Although Norwegian pianist/composer Jon Balke has effectively been with ECM since almost the very beginning, having appeared—at the tender age of 19, no less—with Arild Andersen’s early quartet on Clouds In My Head (1975), it wasn’t until the early 1990s that he broke out on his own with such distinct albums as Nonsentration and this fine follow-up. Further is not only a title, but also a mantra that has dictated his career hence through the mouthpiece of his Magnetic North Orchestra, debuting here. The incantation in horn-speak that is “Departure” welcomes us into a signature sound familiar to Balke aficionados: intimate pockets of detail, pianistic swirls, and robust horns that follow wherever he leads (or is led). Yet despite the 10-piece ensemble behind him, which includes such trailblazers as percussionist Marilyn Mazur and trumpeter Per Jørgensen, Balke finds plenty of room to breathe in arrangements as sparse as they are fruitful. His arcing lines, kissed by the sunlight and molten gold of Tore Brunborg’s reeds, take comfort in their surroundings. “Horizontal Song,” for one, languishes, letting cares fall like maple seeds propellering to the ground—prelude to Balke’s low-flying improvisations. Seemingly born to guide, he flushes through lovely chromatic spreads (“Shaded Place”) and groovy touches (“Moving Carpet”) with an easy charm, painting a children’s book of mythical beasts and cautious heroes.

For my money, the Jørgensen/Brunborg/Mazur nexus is where it’s really at on this date. The trumpet’s spaciousness in “Eastern Forest” and tenor’s limber rolls in “Taraf” evoke seasonal changes and unforgettable memories. Jørgensen flexes his vocal cords in “Changing Song” amid Mazur’s alluring, humid atmospheres, leaving the pointillist wonders of “Wooden Voices” to return us to the brassy fold of “Arrival.”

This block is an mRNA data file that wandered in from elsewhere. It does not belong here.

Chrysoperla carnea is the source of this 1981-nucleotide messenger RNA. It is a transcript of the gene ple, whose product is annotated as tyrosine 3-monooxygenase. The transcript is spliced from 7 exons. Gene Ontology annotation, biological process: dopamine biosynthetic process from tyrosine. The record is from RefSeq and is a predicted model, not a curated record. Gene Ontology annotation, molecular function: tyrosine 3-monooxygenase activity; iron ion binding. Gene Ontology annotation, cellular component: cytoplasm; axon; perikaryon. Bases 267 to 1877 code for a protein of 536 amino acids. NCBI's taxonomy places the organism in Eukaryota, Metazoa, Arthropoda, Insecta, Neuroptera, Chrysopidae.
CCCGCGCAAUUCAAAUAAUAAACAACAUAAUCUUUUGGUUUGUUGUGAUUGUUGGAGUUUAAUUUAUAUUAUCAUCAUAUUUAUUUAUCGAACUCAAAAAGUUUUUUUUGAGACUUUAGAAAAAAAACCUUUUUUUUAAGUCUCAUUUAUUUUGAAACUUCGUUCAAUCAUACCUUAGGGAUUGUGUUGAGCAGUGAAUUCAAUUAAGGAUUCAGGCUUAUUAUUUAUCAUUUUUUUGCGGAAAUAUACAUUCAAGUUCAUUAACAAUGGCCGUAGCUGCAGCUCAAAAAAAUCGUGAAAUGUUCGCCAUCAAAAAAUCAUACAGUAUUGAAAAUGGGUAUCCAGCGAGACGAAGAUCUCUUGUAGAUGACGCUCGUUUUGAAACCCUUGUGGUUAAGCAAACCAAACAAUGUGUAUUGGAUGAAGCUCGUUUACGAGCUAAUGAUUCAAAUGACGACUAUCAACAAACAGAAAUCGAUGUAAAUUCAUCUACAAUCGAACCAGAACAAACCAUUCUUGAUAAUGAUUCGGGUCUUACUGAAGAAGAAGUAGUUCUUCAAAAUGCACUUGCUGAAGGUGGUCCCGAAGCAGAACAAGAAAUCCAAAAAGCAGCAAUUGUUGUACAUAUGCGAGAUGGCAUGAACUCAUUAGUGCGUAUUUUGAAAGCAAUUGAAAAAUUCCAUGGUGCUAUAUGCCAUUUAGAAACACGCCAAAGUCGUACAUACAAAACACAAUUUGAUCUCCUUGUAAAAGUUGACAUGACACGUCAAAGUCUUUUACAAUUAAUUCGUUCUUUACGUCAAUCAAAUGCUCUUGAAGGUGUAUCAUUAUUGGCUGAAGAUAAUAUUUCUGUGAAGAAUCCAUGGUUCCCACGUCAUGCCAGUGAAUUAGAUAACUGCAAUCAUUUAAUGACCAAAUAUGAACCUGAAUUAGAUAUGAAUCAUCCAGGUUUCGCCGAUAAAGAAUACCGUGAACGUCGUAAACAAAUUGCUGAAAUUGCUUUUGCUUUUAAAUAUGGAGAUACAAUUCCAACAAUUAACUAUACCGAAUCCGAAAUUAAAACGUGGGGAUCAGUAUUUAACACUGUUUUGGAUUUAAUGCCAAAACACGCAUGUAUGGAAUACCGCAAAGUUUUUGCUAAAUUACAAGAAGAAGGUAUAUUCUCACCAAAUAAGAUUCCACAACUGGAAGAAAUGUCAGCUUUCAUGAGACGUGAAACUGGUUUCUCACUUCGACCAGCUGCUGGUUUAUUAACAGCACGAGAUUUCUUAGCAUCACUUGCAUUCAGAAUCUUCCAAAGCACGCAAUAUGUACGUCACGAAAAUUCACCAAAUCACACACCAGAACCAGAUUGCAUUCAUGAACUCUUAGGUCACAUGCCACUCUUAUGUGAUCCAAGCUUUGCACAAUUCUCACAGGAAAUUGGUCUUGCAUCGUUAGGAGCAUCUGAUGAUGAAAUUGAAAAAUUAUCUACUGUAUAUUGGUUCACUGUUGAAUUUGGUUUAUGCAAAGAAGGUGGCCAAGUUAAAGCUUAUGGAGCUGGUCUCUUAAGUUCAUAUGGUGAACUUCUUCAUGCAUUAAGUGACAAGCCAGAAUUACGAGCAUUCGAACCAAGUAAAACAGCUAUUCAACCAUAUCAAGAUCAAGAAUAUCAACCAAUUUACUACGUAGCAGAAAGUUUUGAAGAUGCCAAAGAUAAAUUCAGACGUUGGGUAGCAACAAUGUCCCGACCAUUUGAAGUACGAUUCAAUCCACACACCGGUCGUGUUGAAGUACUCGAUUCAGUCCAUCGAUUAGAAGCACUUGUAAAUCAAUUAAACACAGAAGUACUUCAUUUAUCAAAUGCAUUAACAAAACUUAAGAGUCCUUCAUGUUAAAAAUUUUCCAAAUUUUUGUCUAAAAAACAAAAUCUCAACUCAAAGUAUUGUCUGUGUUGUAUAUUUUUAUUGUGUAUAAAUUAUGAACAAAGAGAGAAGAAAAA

Balke is an artist whose music hides as much as it reveals, and Further is one way to get closer.

Jon Balke w/Oslo 13: Nonsentration (ECM 1445)


Jon Balke
Oslo 13

Per Jørgensen trumpet
Nils Petter Molvær trumpet
Torbjørn Sunde trombone
Morten Halle alto saxophone
Tore Brunborg tenor saxophone
Arne Frang tenor saxophone
Audun Kleive drums
Jon Christensen drums, percussion
Finn Sletten percussion
Miki N´Doye percussion
Jon Balke keyboards
Recorded September 1990 at Rainbow Studio, Oslo
Engineer: Jan Erik Kongshaug
Produced by Jon Balke

With the number of musicians assembled on Arild Andersen band veteran Jon Balke’s first ECM album as leader, one might expect a big sound. What we get is a subtle and artfully arranged set of 10 originals. Take “Circling The Square,” for example, an easy album highpoint, which with quiet percussion and horns lays down a runway for trumpeter Per Jørgensen’s electronically enhanced flight. Other joyful landing strips can be found in “Stop” (which features some splashes of engagement from Balke at last and superb tenor work from Tore Brunborg) and “Nord.” The album begins in a solemn mood, however, and seems to never to let go of those darker threads no matter how energetic the playing gets. These tender underpinnings are given more overt exposure in tunes like the montuno-flavored “Blic” and the smooth outro that is “Construction Stop.”

One can hardly pass a comb through this session without singling out “The Laws Of Freedom.” With a minimal and open sense of play from Balke over the subtlest of drones one can imagine, this breathtaking journey into a piano’s beating heart turns reverberation into cloud and spirit, and presses between them footsteps of air. One of the most beautiful tracks in the entire ECM catalogue and reason enough to own this album.

Although not an entirely consistent effort, behind the clever title of Nonsentration lies an honest set, one to put on in the background and listen to closely by turns.